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Coq au Vin à la Julia Child

A few weeks ago my good friend, Val, gave me Julia Child's cookbook, Mastering the Art of French Cooking.  I promised to make a recipe from it and I am finally doing that.  This is a traditional French Coq au Vin.  I have not made this in years.

Although the traditional recipe uses red wine, I had my trepidations.  It was so painful looking in the pot!  Beautiful farm chicken stained red?  But I did it and the result was well worth the initial fears.  The final product was similar to Chinese lacquered duck.

The process was a little more detailed than other chicken stews.  But again, worth the effort.

Boiling the bacon lardons in water before sauteeing removed a lot of their fat and therefore, the flavour did not dominate over the chicken.  I bought pancetta already cut and it was perfect.  It added a nice subtlety.  Then lightly browning them in butter made them very palatable in the dish.

After simmering the chicken in wine and broth, and removing it to another plate, it was time to degrease the liquid.  I have always degreased by cooling the liquid.  Julia's method requires that it is brought to a simmer.  Actually this works, too.  The fat tends to come together around the edges and, even though I removed some cooking liquid, I was able to remove most of the grease.  Also, as the cooking liquid reduced, I did skim off any scum that formed.

I substituted the cognac with calvados ( Grace - just one more time to use up all your calvados! ).  It flamed nicely and burned off the alcohol.

If there was one change I would make, it would be to cut the chicken into pieces large enough that one piece would be a serving.  I cut the breast into three pieces and thus, more than one piece would be required for a serving.  I think it serves much more nicely if one piece of chicken is on the plate.  But then, that is a personal preference.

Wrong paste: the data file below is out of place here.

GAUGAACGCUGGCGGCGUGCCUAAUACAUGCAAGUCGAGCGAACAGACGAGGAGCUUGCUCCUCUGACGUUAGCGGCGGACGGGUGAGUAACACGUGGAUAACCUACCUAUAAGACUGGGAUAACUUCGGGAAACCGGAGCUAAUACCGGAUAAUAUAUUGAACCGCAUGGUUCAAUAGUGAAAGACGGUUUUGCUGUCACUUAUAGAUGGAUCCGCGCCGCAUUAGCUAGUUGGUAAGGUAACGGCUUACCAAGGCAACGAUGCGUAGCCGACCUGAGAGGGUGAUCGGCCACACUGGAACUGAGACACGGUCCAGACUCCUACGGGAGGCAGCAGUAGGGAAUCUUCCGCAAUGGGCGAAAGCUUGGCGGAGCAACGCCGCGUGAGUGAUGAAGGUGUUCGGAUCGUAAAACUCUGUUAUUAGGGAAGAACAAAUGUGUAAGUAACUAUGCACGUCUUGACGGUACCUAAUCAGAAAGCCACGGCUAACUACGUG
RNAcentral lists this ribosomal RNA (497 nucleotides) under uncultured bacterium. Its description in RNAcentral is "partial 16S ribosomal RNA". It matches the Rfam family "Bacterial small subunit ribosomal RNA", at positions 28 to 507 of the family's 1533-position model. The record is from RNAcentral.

I like the serving suggestion, that it can be prepared to a point that it can wait 'indefinitely' before presenting.  I think this makes for a wonderful casual dinner party dish.

Traditionally, it would be served with baby potatoes or mashed potatoes and root vegetables or green beans.  I think it would also be amazing with polenta.

This is more of a commentary than sharing a recipe.  You know how detailed Julia's recipes are!  And you all know how to find it!  Adapting it to a simpler version so I can publish it on my blog would be blasphemy.  So I leave you with these notes to follow when you try this.

Bon Appetit!


  1. Julia's recipes are like a story unto themselves. And if you have the time to follow the story, you will be well gratified with the results. Your chicken looks simply delightful!

  2. What a lovely blog! I do agree about Julia - but she is an experience and her recipes always work. Sometimes not rushing anything and taking the time to be detailed can be hugely rewarding. Looking at the color - this does entice. Using Calvados puts a smile on my face although i will confess - I flame nothing. FOF. Fear of fire. Which means I eat my meals with not quite all of the alcohol burned off. There are worse things.

  3. Ca l'air tellement bon!
    Merci pour les belles photos! Tres joli blog, et des recettes bien interessantes!
    Bonne continuation

  4. your blog is really awesome.. your recipes are just lovely. thank you for sharing this.


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